This waiting around, means changes to credit scores happen rather slowly. Most creditors report to the credit bureaus once per month. And what they report is generally the prior month’s information. Let’s say you pay down a credit card today – it can easily be 30, 45 or even 60 days before the new balance filters to the credit bureaus and impacts your credit score.
The other thing to note is one quick way to boost your score is to make strategic adjustments to what you owe on credit cards and other debts. This takes, well, money. Unless you already have cash on hand, you may need to chip away at paying things over a period of time.
A potential shortcut
So what happens if you don’t plan ahead? If you show up on our doorstep looking for a loan to buy your dream home and must close in three weeks, we will be hustling to make that happen and simply won’t have time to monkey around with credit scores.
With just a little more time, we may be able to affect some change, but we may not have time for nature to take its course. If we spot a simple fix and you act on it quickly, we may be able to document the change manually via a service offered by our credit reporting vendor, called a “Rapid Rescore”.
To initiate a Rapid Rescore, you’ll need to secure a letter (on letterhead) from the creditor that clearly identifies you, the account and the change to be made. The credit agency will verify the information and then push it to the credit bureaus. The bureaus update your credit file in a few days, at which point we can pull up an updated report — with updated scores in tow.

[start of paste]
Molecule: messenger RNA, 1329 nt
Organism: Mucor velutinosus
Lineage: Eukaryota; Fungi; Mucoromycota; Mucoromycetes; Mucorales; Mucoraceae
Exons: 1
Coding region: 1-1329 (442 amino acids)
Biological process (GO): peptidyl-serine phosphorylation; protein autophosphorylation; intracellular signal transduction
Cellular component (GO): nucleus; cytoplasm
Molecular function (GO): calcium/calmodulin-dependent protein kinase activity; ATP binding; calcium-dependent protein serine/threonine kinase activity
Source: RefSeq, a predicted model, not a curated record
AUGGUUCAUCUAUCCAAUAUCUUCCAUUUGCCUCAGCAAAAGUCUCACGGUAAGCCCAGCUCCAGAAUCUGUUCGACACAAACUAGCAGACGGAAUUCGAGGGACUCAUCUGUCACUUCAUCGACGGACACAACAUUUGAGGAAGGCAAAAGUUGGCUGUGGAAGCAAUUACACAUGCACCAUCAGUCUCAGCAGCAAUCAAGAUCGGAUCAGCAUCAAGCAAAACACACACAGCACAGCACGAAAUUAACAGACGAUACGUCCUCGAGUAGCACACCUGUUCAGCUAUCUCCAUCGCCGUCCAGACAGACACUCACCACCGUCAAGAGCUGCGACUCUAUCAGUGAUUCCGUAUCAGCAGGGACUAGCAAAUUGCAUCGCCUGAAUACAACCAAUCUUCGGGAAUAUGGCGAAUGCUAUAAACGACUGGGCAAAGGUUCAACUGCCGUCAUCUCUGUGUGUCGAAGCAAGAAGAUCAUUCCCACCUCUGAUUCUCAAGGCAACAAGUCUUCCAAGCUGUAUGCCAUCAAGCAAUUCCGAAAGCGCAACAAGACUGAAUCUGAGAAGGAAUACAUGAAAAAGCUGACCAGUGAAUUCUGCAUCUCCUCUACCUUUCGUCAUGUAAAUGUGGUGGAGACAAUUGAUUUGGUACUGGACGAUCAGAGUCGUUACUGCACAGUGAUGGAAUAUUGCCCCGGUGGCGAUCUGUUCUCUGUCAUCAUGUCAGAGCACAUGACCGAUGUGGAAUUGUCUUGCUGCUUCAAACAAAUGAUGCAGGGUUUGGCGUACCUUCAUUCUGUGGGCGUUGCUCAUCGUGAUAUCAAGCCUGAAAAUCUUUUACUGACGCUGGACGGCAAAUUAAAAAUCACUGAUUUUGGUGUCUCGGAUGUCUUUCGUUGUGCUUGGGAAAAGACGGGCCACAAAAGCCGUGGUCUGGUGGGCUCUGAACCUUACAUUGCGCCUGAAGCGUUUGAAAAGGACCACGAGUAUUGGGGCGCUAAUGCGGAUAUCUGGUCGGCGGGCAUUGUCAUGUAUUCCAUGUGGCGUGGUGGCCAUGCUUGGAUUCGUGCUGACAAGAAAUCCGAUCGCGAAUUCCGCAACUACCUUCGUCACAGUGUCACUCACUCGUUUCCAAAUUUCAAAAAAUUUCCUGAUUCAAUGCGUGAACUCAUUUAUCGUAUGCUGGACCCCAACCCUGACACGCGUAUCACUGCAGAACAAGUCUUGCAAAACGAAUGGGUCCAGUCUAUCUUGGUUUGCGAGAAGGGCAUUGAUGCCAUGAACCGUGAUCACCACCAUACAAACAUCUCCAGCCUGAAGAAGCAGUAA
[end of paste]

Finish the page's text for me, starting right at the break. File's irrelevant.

When it comes to rescoring, there are drawbacks and limitations to keep in mind. For one, the service is not inexpensive. As of today the cost is $119 to $164 per tradeline per person. Also, a significant number of loan programs and investors will not accept a rescored report. Jumbo loans are particularly unwelcoming of rescoring.
Don’t Fear Inquires
When a lender checks your credit, it is called an “inquiry”. An inquiry by a lender is a “hard” pull on your credit which negatively impacts your credit score. This is becoming common knowledge and is a big reason I hear many prospective homeowners balk at reaching out to a lender until they are ready to begin their house-hunt in earnest.
Inquiries are, however, generally lightly weighted. The factors that impact your credit score are grouped into five categories. Inquiries fall under a heading called “New Credit”. The New Credit category is weighted at 10% of your overall score and inquiries are one of five topics considered under this heading. (MyFico.com has a great article here, if you and want to learn more about the factors and how they are weighted.)
My observation is that an inquiry will generally have a single-digit impact on a score. It’s unusual for us to not find action items that have the potential to make a double-digit improvement in score.
The cases where we can’t figure out a way to more than compensate for the impact of the inquiry tend to be one of two extremes – either your score is so high that you have points to burn before there would be any adverse impact on loan options or costs (congratulations and nice work!) or your score is negatively impacted by enough other derogatory items that we need the the report to map out a longer-term plan to build or improve your credit.
On balance, I believe the benefits to be gained from an early credit check and strategy session far outweigh the small negative impact to your score. Knowledge is power… and in this case, can be money too!
My team and I are here to serve you, wherever you are on your path to homeownership. Whether you are ready to start your house-hunt this weekend or just starting to think about buying a home in the vague future, please reach out!
You can call 503-799-3711 or email firstname.lastname@example.org.